BATTLE OF LONGEWALA: BEST OF BRAVES


By Colonel Anil Shorey (Retd)

Sainik Samachar - Vol.52, No.4, 16-28 February 2005


The Battle of Longewala goes down in the annals of military history as a classic case of human resolve and motivation in the face of extremely heavy odds. In this battle a handful of troops, numbering approximately 100, not only faced a brigade attack supported by a regiment and a squadron of tanks but successfully stalled the same after incurring heavy losses on the enemy at the cost of negligible casualty to the defenders. In addition, as a result of the subsequent combined Army-Air Force effort, the enemy suffered more casualties thereby turning the tides against the superior force of the attackers. The enemy had no option but to withdraw from the battle area. In 1971, Major K N Chandpuri was commanding 'A' Coy of the 23 Punjab Regiment which was occupying a defensive position at Longewala, a small hamlet in Rajasthan situated in the Thar desert. The rest of the battalion was at Sadhewala, about 17 km to his north-east. While Major Chandpuri had under his command a detachment of the Border Security Force (BSF), a section each of medium machine guns (MMGs) and 81mm mortars and his two recoilless gun detachments were under training at the battalion headquarters. He had no armour and artillery support. Defences were sited on a high sand dune.

Immediately after Pakistan's pre-emptive air sorties on Indian airfields on December 3, 1971, Major Chandpuri dispatched a strong patrol of 20 men under Lieutenant Dharam Vir towards Boundary Pillar (BP) 638, erected right on the international border. On the night of December 4/5th, Lieutenant Vir reported noises from across the border suggesting a major armour movement. Since this development was totally unexpected and uncorroborated by Indian intelligence, the initial reaction to this news up the channel of command was casual. Shortly afterwards, Lieutenant Vir reported a very large number of tanks and other vehicles crossing the border and heading towards Longewala. Soon the Pakistanis started shelling the Longewala position by medium artillery guns from across the border, killing five BSF camels. When Major Chandpuri heard the enemy tanks advancing, he directed his patrol to shadow the enemy forces and sent an urgent message to his battalion headquarters for reinforcements, armour and artillery support.

 Sainik Samachar A Chinese-built T-59 tank, of Pakistan's 22nd Cavalry, destroyed by RCL gunners of the 23 Punjab.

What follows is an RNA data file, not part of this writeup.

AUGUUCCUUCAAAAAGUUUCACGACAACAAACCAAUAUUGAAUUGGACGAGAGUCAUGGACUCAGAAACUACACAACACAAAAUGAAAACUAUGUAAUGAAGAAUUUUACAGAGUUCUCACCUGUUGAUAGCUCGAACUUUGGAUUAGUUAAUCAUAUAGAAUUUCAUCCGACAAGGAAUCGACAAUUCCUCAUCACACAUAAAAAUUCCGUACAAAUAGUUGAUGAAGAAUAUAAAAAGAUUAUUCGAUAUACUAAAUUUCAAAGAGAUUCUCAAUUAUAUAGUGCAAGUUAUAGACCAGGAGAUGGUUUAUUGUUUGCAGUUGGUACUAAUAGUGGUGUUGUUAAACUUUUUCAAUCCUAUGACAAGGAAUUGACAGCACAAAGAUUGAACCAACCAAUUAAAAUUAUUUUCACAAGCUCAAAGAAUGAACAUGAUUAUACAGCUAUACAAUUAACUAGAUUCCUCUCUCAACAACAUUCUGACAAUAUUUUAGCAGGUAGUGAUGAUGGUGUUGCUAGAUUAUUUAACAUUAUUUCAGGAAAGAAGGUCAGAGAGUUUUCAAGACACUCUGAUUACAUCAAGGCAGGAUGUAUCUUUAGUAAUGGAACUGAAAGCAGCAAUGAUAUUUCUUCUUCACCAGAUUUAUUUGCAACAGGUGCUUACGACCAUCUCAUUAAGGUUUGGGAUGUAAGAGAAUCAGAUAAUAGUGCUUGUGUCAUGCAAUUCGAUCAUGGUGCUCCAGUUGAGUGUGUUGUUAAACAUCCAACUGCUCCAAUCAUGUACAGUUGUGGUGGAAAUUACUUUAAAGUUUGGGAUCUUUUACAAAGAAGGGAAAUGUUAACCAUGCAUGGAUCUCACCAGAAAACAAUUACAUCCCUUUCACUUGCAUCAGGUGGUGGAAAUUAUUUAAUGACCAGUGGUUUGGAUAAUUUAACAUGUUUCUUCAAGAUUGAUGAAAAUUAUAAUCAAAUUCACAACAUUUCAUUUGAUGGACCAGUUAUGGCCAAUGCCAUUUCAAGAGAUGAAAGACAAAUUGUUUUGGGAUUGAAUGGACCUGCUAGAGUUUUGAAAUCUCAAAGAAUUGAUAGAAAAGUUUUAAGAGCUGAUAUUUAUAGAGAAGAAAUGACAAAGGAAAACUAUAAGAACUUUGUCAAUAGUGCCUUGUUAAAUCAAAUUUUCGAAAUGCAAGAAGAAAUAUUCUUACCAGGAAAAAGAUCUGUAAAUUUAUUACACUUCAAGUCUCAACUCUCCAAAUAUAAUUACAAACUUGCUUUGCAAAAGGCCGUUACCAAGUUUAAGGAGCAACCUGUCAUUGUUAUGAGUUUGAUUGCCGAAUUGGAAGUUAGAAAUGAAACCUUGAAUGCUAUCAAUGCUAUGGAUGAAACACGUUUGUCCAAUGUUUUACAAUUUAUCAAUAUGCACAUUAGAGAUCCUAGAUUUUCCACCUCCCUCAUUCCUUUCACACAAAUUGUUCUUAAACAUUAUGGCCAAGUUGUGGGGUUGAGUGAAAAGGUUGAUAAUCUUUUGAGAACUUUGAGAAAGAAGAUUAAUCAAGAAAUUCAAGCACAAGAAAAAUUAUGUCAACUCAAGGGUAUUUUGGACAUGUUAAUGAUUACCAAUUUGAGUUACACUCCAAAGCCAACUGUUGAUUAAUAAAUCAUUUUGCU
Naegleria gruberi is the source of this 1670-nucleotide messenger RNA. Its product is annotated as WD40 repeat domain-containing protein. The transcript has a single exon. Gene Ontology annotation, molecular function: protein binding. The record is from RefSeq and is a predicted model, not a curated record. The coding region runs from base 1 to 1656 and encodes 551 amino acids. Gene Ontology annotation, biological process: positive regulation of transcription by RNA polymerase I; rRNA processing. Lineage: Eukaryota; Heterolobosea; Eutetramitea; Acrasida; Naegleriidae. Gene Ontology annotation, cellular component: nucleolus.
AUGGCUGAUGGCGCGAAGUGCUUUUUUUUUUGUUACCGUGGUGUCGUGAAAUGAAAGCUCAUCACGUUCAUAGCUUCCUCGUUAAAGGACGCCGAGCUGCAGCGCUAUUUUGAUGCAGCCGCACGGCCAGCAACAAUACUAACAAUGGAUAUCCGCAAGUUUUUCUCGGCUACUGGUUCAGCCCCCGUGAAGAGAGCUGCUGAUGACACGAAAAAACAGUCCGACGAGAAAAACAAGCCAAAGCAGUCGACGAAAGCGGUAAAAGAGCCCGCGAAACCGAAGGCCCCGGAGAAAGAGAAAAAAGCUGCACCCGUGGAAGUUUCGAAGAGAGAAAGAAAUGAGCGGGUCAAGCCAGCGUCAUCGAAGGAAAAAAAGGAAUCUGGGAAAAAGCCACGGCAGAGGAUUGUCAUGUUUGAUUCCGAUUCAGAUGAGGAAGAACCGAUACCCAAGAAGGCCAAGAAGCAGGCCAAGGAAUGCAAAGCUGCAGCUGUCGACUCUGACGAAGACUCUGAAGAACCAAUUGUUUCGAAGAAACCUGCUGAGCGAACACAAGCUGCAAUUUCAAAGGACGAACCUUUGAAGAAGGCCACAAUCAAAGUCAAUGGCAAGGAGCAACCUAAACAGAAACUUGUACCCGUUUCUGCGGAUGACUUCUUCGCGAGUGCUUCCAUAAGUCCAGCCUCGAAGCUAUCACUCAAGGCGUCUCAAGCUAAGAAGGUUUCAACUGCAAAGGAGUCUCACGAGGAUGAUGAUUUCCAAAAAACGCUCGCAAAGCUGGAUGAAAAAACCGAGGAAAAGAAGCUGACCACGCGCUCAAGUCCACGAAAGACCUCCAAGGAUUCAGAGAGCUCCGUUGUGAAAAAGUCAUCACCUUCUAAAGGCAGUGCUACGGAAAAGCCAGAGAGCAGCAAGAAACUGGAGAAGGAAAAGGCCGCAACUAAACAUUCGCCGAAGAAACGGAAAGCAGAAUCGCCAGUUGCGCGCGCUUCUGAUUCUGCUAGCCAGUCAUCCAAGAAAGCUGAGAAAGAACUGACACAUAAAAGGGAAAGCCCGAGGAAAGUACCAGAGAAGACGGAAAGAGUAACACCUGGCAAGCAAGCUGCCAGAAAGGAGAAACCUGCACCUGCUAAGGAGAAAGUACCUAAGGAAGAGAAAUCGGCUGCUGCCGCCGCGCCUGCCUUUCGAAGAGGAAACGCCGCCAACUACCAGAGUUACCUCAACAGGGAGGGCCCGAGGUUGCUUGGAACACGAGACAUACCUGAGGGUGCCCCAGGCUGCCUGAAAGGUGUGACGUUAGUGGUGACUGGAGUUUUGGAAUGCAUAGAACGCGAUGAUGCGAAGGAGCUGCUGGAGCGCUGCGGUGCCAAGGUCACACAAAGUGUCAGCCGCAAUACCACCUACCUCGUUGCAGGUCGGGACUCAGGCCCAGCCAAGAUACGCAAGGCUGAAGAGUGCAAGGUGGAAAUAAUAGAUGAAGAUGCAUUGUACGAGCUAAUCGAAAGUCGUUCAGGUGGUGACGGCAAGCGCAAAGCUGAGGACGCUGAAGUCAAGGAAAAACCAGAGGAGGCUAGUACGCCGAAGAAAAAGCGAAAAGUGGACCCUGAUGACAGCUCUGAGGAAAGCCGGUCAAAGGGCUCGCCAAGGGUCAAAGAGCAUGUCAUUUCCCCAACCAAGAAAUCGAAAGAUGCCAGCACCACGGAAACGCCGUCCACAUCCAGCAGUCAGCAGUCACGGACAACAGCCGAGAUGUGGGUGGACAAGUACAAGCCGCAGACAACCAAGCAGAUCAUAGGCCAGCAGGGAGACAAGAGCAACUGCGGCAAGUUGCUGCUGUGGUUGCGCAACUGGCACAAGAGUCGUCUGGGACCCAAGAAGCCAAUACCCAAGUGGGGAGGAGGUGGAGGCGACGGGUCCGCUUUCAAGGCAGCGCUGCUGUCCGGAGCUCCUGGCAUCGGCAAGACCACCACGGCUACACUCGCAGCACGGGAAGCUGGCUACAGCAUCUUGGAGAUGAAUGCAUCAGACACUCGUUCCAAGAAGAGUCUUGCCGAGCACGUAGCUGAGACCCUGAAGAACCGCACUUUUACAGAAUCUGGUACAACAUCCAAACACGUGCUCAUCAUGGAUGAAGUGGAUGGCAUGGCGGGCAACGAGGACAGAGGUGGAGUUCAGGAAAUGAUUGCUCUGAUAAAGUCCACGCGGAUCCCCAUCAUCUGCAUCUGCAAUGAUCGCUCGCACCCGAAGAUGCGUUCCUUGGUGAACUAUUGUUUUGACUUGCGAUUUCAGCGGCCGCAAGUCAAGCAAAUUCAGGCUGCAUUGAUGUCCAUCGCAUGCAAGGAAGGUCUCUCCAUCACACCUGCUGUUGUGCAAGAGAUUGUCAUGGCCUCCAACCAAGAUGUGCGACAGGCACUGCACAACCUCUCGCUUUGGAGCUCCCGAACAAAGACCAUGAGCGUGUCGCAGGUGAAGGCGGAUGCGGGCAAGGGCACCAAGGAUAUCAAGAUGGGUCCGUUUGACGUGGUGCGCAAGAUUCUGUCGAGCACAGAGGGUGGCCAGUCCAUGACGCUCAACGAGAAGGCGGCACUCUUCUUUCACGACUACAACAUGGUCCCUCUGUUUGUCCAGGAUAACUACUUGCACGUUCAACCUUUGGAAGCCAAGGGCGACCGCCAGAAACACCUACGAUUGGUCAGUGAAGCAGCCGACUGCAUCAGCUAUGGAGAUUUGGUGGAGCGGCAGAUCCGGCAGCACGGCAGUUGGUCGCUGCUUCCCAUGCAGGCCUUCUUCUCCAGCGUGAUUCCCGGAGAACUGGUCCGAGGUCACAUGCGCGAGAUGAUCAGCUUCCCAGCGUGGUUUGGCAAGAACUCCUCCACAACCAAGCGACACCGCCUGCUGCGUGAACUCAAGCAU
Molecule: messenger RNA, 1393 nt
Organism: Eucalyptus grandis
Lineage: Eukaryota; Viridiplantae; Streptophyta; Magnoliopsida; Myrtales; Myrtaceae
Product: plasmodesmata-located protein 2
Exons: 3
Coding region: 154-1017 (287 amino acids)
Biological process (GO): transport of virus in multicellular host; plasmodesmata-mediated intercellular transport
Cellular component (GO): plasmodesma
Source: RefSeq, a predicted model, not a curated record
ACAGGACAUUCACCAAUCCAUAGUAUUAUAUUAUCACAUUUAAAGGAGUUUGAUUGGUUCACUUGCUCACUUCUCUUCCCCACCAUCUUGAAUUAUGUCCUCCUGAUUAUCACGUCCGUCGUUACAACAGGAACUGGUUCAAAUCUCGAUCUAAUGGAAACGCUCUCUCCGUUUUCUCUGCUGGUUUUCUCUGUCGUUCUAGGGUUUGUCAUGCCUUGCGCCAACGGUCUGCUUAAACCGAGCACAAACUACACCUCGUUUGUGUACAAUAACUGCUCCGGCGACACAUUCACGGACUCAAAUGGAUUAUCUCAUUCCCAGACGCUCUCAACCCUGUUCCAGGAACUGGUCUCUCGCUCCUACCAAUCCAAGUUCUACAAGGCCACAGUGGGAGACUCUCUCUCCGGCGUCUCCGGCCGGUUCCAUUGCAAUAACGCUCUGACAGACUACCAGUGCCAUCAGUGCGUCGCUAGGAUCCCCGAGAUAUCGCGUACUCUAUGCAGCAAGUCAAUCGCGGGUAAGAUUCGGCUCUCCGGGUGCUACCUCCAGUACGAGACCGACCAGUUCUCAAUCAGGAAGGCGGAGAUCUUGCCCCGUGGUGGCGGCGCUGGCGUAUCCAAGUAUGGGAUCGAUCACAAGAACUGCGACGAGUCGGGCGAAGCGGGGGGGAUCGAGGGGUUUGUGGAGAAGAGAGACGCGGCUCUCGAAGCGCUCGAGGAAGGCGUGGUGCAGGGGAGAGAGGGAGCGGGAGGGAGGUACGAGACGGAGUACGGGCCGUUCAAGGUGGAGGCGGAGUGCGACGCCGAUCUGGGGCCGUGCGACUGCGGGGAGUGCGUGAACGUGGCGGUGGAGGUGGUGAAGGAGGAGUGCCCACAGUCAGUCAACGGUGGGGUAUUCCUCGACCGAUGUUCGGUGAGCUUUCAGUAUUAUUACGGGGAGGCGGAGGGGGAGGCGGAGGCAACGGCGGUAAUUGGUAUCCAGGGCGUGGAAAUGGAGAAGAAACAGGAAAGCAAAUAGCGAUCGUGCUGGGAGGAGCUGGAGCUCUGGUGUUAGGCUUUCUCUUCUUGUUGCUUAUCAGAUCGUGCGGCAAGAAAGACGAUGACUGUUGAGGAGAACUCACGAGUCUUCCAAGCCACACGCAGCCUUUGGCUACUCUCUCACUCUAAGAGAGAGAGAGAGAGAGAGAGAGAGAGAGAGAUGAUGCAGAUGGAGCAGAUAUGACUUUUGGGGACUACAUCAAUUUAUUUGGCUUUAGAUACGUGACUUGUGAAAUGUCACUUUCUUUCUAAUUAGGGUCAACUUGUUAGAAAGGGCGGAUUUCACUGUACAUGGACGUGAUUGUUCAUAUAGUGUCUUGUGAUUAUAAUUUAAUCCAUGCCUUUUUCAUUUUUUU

At 4:00 a.m. on December 5th, the enemy armour was seen enveloping a prominent dune south of BP-638, ostensibly to overrun the Longewala defences. These forces were later identified as the 22nd Cavalry consisting of Chinese-built T-59 tanks, plus a squadron of US-built Shermans. Following close behind the armour was a long column of assorted vehicles including agricultural tractors, towing trailers filled with combat troops belonging to what was later identified as the 20th Frontier Force battalion of the 51st Infantry Brigade forming part of Pakistan's 18th Infantry Division. Later, it was discovered that Pakistan had not only intended to overrun Longewala but had also planned an attack on Jaisalmer. The frightening prospect of being overrun by the enemy caused trepidation among some jawans for whom it was to be the first baptism of fire. Sensing this, Major Chandpuri told his men in chaste Punjabi, "Any one who is afraid to face the enemy is free to run away now, although it will be a shame to the battalion and its ancestors," and added, "but remember, I intend to stand and fight to the last." This touched them, and soon they all reassured that they would fight and die till the last man. Major Chandpuri, although apprehensive, had complete faith in his men and took a silent pledge not to vacate Longewala under any circumstances. This act made a tremendous impact on his men and they were determined to live up to the expectations of their company commander, battalion commander and the regiment.

The enemy armour was closing in fast. There was no time for laying the mines. At about 4.30 am, the leading tanks crept forward within effective RCL range and the RCL detachments were ordered to fire. Once RCL gun scored a direct hit on a T-59 tank which immediately burst into flames while the other knocked out a jeep carrying a senior officer. After the first few casualties, the bulk of the remaining tanks turned around and took cover behind some sand dunes. Some tanks started making a detour to the south-west in order to attack the company from the left flank and rear. During this critical manoeuvre, while withholding all small arms fire, Major Chandpuri ordered his MMGs and mortars to open up and took a heavy toll of the Pakistan infantry. Surprisingly, some troops were still on the tanks while others were running about, seeking cover. In spite of innumerable odds, the attack was courageously held. The tanks then attempted to assault and started closing in. It was at this juncture that Sepoy Bishan Dass, with his detachment of pioneers, started placing anti-tank mines along the route of the assaulting tanks. He unfortunately made the supreme sacrifice in the process, but not before blowing off the tracks of three tanks.